Plastic deflashing
Plastic Deflashing

Plastic deflashing Part 3 - Advantages and limitations of turbine and injection blasting

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There are two main blasting processes available for deflashing plastic components, primarily made of thermoset and special thermoplastic materials: Turbine blasting, which is extremely effective over a large area, and highly efficient punctiform acting injection blasting.

Both processes are also used in conventional blasting systems for metal processing. In contrast, plastic deflashing is a much gentler processing method, particularly due to the selection of non-abrasive blasting media.

Which blasting process is selected for plastic deflashing depends on various factors. These include the production volume and the question of whether bulk material processing is possible or whether the parts are of a type that requires individual part processing. Another criterion is the question of whether the parts are to be partially or completely blasted and which blast media grain size and blast media speed are required.

Turbine blasting

Turbine blasting is the most effective and fastest way to deflash plastic parts. In this process, the blast media is propelled onto the workpiece via a turbine or blasting wheel. The maximum throughput rate when using plastic blast media for turbine blasting is 20kg/min. The turbine itself consists of a rotating wheel that spins at up to 4,500 rpm and is equipped with a series of throwing blades. The blast media accelerated by the turbine produces a so-called blasting pattern (impact area) of around 100 x 500 mm (depending on the distance to the workpiece).

Different exit speeds and kinetic energy of the blast media grain are required for deburring plastic parts, depending on the flash situation and blast media grain size. Up to 70 m/s can be achieved with the turbine, up to 90 m/s with special drives. With pressure blasting (for plastics deflashing usually injection blasting is used), media speeds of up to 60 m/s can be achieved. Turbine blasting is characterised by a very low, specific energy requirement and a high degree of efficiency.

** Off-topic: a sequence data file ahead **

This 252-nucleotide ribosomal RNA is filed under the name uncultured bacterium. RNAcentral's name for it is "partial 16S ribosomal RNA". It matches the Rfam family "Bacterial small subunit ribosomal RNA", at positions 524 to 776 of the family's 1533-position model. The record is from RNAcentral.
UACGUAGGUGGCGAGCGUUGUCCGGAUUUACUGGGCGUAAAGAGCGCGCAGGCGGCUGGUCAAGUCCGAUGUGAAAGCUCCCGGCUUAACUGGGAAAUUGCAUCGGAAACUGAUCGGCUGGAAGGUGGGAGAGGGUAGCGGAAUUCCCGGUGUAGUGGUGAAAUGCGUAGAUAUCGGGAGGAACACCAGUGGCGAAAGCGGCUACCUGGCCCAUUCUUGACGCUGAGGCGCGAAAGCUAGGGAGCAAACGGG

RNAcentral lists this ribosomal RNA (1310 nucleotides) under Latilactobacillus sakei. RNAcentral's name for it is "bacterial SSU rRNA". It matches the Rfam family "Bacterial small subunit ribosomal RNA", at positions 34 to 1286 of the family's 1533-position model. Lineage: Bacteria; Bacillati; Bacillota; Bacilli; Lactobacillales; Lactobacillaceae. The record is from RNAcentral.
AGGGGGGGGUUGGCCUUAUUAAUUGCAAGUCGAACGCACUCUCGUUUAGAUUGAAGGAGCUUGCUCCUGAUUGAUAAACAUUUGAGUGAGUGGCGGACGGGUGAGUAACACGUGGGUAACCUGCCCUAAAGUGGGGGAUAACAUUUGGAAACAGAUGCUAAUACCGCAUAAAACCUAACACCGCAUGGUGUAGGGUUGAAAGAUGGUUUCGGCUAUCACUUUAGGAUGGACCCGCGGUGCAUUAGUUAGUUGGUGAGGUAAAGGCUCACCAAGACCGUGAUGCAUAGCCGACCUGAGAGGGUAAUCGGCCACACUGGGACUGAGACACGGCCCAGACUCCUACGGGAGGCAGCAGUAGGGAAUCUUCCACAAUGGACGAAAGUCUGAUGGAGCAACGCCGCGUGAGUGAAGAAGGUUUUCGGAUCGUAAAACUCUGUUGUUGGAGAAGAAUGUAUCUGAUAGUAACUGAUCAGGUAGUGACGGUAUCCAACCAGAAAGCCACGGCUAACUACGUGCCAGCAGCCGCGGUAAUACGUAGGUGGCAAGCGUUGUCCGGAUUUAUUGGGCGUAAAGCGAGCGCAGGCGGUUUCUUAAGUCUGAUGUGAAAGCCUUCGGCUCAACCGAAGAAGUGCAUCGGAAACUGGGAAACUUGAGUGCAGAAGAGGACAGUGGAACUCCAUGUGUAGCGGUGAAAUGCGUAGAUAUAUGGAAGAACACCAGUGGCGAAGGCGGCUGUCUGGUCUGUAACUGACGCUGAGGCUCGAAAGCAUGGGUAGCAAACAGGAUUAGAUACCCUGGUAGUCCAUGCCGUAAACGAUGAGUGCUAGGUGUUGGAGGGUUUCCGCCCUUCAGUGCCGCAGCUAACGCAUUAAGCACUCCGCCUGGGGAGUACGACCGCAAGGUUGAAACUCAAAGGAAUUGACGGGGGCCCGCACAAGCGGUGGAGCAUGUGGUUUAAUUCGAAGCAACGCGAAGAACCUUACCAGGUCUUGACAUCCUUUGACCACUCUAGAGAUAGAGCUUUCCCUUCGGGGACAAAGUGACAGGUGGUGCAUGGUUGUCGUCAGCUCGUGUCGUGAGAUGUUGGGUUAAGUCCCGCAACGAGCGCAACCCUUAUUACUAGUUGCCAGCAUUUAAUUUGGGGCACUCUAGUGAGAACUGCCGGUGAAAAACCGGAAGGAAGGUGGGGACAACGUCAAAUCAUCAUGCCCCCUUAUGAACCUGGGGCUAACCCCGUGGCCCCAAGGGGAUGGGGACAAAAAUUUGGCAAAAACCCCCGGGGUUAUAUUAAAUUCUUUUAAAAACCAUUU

Turbine blasting is generally considered to be the most economical blasting method for large quantities of plastic parts made of thermoset and some types of thermoplasts. This process shows a very good dosability of the blasting energy (blast media volume and release speed). Turbine blasting has limitations or restrictions when it comes to deflashing geometries that are difficult to access, such as small openings and shaded interior areas. Relatively small blast media grain sizes (approx. < 0.5 mm) can only be used to a limited extent with turbines. Injection blasting can be used as an effective alternative in these cases.

Injection blasting

Injection blasting is less effective than turbine blasting, especially in terms of surface area, because the blasting pattern of an injection blasting nozzle only reaches a diameter of around 20-25 millimetres, depending on the distance to the workpiece, and the blast media throughput is a maximum of 2 kg/minute when using a plastic blasting medium. On the other hand, this method can be used for more targeted work and the procurement costs of the systems are comparatively low, especially for beginners.
With injection blasting, the blast media is conveyed by means of compressed air and directed through the blasting nozzle onto the workpiece at a final accelerated speed. It reaches a speed of up to 60 m/s. In addition to the actual exit speed, the blasting effect of the injection nozzle is positively influenced by the fact that the compressed air flow accompanies the blasting media grains to the workpiece, which minimises the loss of speed of the blast media. Although less effective over a large area than turbine blasting, injection blasting can achieve a very high level of efficiency at specific points. This is particularly advantageous when flashes need to be removed in areas that are extremely difficult to access.

Injection blasting systems are often lower in investment than turbine blasting systems, which are often also significantly larger. Due to the relatively high consumption of compressed air as energy source, injection blasting is generally more cost-intensive than turbine blasting in relation to the achievable production volume. Nevertheless, the process is indispensable for processing smaller series, more complex geometries and sensitive parts.

Plastic deflashing machines

The Rösler RMBC-S tumble belt blast machine, the Rösler RMTS multi-tumbler, the Rösler RSAB wire mesh belt blast machine and the Rösler RSBS loop belt blast machine are equipped with turbines as standard. Depending on customer requirements, the Rösler swing chamber system RWS is available with a turbine, with nozzles or even with a combination of both shot blasting systems.

Pure nozzle blasting installations are e.g. the Rösler blast cabinet RSKI and the Rösler satellite table blast machine RSA. Depending on customer requirements, the Rösler swing camber system RWS is available with a turbine, with nozzles or even with a combination of both shot blasting systems.

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